One of the most popular and diminutive breeds of terrier, the Yorkshire (or "Yorkie") Terrier's history began in the mid-18th century. As Great Britian's economy and society shifted from agrarian to industrial, people begain moving from farms to mining towns and communities that had sprung up around factories. They brought with them their beloved Clydesdale terriers, which were used at the time for hunting small mammals, mostly rodents or other vermin. As denoted by the name, these terriers were quite a bit larger than today's Yorkies. As time wore on, people began to cross-breed the Clydesdale with smaller and/or longer-haired terrier breeds such as the Skye or Maltese, which led to the tiny, luxuriously long-haired Yorkie of today. The first appearance of what we would consider a "modern" Yorkshire Terrier was in 1861, called at the time a "broken-haired Scotch Terrier". Yorkshire Terrier became the breed's official name in 1866.
Yorkies attained popularity both in the UK and later in the USA as the customs and tastes of the Victorian Era traveled through Britain and on across the Atlantic. Owing to the breed's mild temperament and devoted nature, the dog's popularity continued to soar, and in fact from the 1970s through the early 1990s, the Yorkie was the most popular breed of dog in Britain.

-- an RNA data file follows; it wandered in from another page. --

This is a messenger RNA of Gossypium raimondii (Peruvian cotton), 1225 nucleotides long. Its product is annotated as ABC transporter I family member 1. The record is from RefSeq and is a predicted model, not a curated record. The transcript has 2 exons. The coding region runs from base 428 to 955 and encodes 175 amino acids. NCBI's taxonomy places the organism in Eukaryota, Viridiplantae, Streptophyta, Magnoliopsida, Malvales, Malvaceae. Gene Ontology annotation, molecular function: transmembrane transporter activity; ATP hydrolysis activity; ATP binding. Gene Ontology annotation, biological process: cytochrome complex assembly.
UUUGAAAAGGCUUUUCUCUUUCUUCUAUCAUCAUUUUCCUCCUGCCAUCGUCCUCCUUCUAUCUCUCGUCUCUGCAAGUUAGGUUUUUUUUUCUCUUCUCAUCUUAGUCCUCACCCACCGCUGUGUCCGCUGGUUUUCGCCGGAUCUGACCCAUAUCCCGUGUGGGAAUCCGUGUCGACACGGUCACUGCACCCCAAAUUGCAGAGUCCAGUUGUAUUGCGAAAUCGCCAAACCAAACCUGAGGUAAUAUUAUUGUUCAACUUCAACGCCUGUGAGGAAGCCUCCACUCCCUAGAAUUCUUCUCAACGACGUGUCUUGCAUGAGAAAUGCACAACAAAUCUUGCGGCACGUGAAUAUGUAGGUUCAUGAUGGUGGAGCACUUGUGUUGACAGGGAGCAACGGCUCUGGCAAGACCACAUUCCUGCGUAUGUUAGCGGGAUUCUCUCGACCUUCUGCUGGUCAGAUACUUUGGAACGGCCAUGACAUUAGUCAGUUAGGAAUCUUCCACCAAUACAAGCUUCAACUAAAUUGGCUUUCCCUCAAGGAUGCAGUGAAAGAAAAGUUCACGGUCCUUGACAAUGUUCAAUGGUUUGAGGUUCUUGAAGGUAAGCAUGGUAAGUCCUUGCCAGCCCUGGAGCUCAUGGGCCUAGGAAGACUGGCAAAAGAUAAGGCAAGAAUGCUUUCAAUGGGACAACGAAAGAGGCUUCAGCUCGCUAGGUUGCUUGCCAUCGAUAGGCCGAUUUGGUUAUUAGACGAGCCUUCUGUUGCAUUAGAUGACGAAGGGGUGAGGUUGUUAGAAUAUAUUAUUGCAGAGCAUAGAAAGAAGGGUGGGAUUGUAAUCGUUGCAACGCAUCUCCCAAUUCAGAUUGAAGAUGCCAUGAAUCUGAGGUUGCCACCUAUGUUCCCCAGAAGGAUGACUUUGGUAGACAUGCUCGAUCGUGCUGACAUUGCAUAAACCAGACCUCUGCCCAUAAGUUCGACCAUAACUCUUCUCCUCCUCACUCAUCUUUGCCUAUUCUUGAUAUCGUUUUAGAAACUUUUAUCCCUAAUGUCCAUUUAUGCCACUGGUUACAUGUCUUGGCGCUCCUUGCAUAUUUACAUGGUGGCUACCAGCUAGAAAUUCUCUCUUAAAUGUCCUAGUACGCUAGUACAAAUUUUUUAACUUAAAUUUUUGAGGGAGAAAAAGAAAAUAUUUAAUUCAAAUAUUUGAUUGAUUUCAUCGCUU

Like all terriers, Yorkies are active and highly intelligent dogs. They love to play, to dig, and usually devote themselves to just one master. They get along well with children, but due to their smaller-than-normal size, can be easily injured by a young child. Yorkies are also extremely territorial and will announce any intruders with a sharp and repeated bark. Unlike most terriers, Yorkies do not have an undercoat and the outer coat doesn't easily shed, making Yorkies a good choice for those with allergies to pet dander. Their long, silky hair, very similar to human hair, can make for grooming nightmares, as the fur needs to be regularly trimmed to floor length unless you want a canine Cousin Itt running around your home.
Yorkies get along well with other household pets, and even though they can be quite possessive of their masters, they usually will learn to tolerate another dog or cat fairly quickly. Care must be taken to avoid fights, because like most terriers, a Yorkie will always finish a fight if it gets into one.
Yorkshire Terriers weigh between 3 and 7 pounds, and their lifespan can be as long as 15 years, with remarkably few health problems on the way. Their coats are long and silky whose colors run from black to bluish-tan.
Information for this writeup adapted from the American Kennel Club's entry for the breed located at www.akc.org